Batman: The Court of Owls is a different kind of book than his Batman: The Black Mirror, but that's not a bad thing.
Black Mirror was a wonderful horror story, with gore lurking for the reader just beyond the next page. Court of Owls, the first DC New 52 collection of the relaunched Batman title, has a more superheroic aesthetic, built in large part from Batman fighting a new foe over the rooftops of Gotham. This is abetted by Greg Capullo's art, evoking Rick Burchett penciling Greg Rucka's stories during the Batman: Murderer/Fugitive era; it all serves to make Court of Owls feel more naturally in line with the Batman stories that came before.
Court of Owls is no less psychologically complex than Black Mirror, however. Snyder's first crack at Batman Bruce Wayne explores layers of the hero that remarkably may never have been explored before. Snyder proves he's unafraid to show both Bruce's good and bad qualities, something that serves the story well but may be troubling to some fans.
An evil cabal is killing Gothan's citizens, an immortal assassin roams the streets, but what seems to bother Batman the most is that they're stealing his shtick. At first Bruce refuses to believe the Court of Owls exists; then, trapped in their labyrinth, he reminds himself that Gotham is "your city, your story" and affirms "I invented all the tricks." Not only do the owls seems to have a greater history with Gotham and know the city better than he does, but they have lairs all over the city like Bruce's satellite Bat-caves; they even usurp, to an extent, Bruce's own sidekick, Nightwing Dick Grayson.
All of this appears to make Batman, put quite simply, jealous, and furious to boot. As a child, the reader learns, Bruce sought the Court of Owls and couldn't find them; he's searched for them over time and always concluded they were a myth. It's only when the Owls choose to reveal themselves that Batman learns the truth; this is a massive blow to the ego of the "World's Greatest Detective," a truth Batman says in the conclusion that he wishes he hadn't learned. Nightwing tries to convince Batman that the Owls are "just another bad guy," but at the end of the book Batman remains inconsolable.
This depiction of Batman who falls victim to the Owls largely due to his own hubris may not be to every reader's liking. Batman is largely in the wrong in handling this case, and Snyder portrays him as willing to just give up and let the Owls kill him after a few days in their labyrinth. Nightwing chides Batman for being unemotional, something that had largely long-since been handled in the aforementioned Murderer/Fugitive days. It makes for a good shock when Batman hits Nightwing to knock out his tooth where an owl symbol had been hidden, but the reader might quickly wonder why Batman doesn't just say, "Hey Nightwing, let's check out your tooth" instead.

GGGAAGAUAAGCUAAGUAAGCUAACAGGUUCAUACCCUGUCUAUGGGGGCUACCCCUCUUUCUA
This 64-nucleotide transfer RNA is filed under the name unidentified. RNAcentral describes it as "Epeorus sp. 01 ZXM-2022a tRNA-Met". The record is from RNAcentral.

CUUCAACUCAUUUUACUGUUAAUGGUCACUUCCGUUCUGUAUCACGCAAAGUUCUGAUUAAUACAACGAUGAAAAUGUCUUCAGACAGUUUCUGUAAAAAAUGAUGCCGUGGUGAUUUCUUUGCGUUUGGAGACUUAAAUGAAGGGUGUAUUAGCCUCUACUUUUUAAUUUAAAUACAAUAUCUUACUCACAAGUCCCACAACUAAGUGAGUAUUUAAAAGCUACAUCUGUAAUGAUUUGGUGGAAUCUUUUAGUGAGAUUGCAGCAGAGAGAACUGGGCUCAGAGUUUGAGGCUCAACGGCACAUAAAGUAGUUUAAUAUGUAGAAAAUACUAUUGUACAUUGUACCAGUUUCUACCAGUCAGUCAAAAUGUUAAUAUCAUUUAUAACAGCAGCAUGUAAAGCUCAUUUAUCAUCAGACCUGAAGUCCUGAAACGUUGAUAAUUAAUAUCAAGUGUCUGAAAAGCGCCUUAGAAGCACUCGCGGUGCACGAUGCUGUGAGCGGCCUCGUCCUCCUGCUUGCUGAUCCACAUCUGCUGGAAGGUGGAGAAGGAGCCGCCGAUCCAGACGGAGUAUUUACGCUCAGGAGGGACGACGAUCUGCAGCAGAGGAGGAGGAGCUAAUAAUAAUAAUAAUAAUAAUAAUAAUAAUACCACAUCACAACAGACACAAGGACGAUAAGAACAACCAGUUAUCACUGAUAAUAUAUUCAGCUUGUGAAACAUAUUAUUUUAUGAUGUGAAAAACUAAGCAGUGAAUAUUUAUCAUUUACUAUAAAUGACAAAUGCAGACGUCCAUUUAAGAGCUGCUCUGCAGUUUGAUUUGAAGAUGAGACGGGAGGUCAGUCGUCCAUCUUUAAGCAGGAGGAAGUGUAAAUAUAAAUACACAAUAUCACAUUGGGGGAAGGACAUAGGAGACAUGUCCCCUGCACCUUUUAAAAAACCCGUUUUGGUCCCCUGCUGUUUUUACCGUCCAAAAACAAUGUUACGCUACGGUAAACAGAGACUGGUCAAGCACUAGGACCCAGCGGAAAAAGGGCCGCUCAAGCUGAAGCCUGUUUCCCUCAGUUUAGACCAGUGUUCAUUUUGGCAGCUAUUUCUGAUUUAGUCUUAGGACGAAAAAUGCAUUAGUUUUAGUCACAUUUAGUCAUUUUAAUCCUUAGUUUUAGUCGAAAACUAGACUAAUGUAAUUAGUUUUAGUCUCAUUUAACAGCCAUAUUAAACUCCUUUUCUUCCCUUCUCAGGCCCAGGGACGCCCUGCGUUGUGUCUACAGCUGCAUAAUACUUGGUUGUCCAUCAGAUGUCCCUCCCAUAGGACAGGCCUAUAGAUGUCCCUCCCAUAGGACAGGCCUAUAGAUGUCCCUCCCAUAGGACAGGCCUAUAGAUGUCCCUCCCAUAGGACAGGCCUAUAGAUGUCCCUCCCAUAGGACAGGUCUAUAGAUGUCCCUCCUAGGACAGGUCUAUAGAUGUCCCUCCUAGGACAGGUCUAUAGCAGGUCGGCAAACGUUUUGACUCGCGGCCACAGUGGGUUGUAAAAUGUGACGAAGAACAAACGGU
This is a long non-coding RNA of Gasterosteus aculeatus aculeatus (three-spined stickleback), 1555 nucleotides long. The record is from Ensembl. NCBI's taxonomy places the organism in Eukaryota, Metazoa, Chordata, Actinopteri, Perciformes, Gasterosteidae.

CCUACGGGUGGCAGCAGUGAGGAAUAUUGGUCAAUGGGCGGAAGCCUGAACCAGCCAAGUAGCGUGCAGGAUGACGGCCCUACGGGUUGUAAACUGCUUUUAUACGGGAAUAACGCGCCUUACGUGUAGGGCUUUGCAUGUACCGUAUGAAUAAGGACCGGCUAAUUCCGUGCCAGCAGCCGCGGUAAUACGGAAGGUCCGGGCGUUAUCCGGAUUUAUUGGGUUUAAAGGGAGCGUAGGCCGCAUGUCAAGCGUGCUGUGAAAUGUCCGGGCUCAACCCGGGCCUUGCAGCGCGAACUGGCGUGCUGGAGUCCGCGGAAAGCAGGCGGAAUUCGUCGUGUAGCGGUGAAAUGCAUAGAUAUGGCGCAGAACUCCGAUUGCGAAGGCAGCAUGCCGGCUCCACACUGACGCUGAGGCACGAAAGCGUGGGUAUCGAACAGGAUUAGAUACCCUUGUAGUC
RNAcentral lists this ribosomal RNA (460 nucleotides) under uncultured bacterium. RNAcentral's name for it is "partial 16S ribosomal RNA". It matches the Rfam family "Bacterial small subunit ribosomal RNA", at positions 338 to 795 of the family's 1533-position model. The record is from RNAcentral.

None of this detracts from what's otherwise an engaging story, but Snyder ought take care not to make Batman too unlikable or alienate him too far from his allies, something that's caused a reader backlash in times past.
Snyder has the unenviable task in this book of writing what is meant to be the new "first" Batman story. This is neither Batman's origin nor could one could one come in blindly and intuit the roles and history of Robins Tim Drake and Damian Wayne, for instance; however, Snyder does well hitting all the high spots: the inclusion of said Robins, Alfred, Commissioner Gordon and Harvey Bullock, and a dramatic reveal of the Bat-cave with help from Capullo. Snyder even smartly teases a grand New 52 change with the Joker as Batman's ally, though indeed this turns out to be just a tease.
The biggest difference between Batman's old and new adventures, and one that Snyder portrays well, is the technology. Court of Owls feels definitively like a twenty-first century Batman story, from Bat-computers in Batman's contact lenses to digital lip reading, to Batman infiltrating the Gotham morgue via hologram rather than sneaking through the ductwork. In the New 52 Justice League: Origin, mentions of the characters watching Conan O'Brien seemed like anachronisms; Snyder's Batman, on the other hand, is up to date, in line with what modern audiences -- especially television and moviegoers -- would expect.
The end of Court of Owls leads right into the "Night of the Owls" crossover that will probably occupy the second Batman collection, but Court is a decent advertisement for Gates of Gotham co-writer Kyle Higgins's Nightwing series as well. First, there's continuity between the books -- Nightwing specifically departs from this book for his own adventure and addresses that adventure when he returns. Second, Court has significant implications for Nightwing even more so than Batman, which is bound to be addressed in the first or second collection of the Nightwing title. Finally, Snyder just writes an appealing Nightwing -- younger and jauntier than his Black Mirror appearance, plus Capullo makes the new uniform look good. If the wait for "Night of the Owls" is too long, Nightwing: Traps and Trapezes might help ease the wait.
Justice League: Origin may not have relaunched the DC Universe as wholly as the New 52 needed, but Jeff Lemire's Animal Man: The Hunt -- the other DC New 52 collection released so far -- was near perfection, and Scott Snyder's Batman: The Court of Owls acquits itself well, too. That's a majority success rate for the DC New 52 collections so far; if Snyder keeps up this level of storytelling as attention on the Batman titles grows in the advent of the Dark Knight Rises, that should mean good things on all sides.
[Includes full covers, scripts and pages/art by Capullo.]
We'll close out the week with one more DC New 52 review -- come back for the Collected Editions review of Green Lantern: Sinestro, next!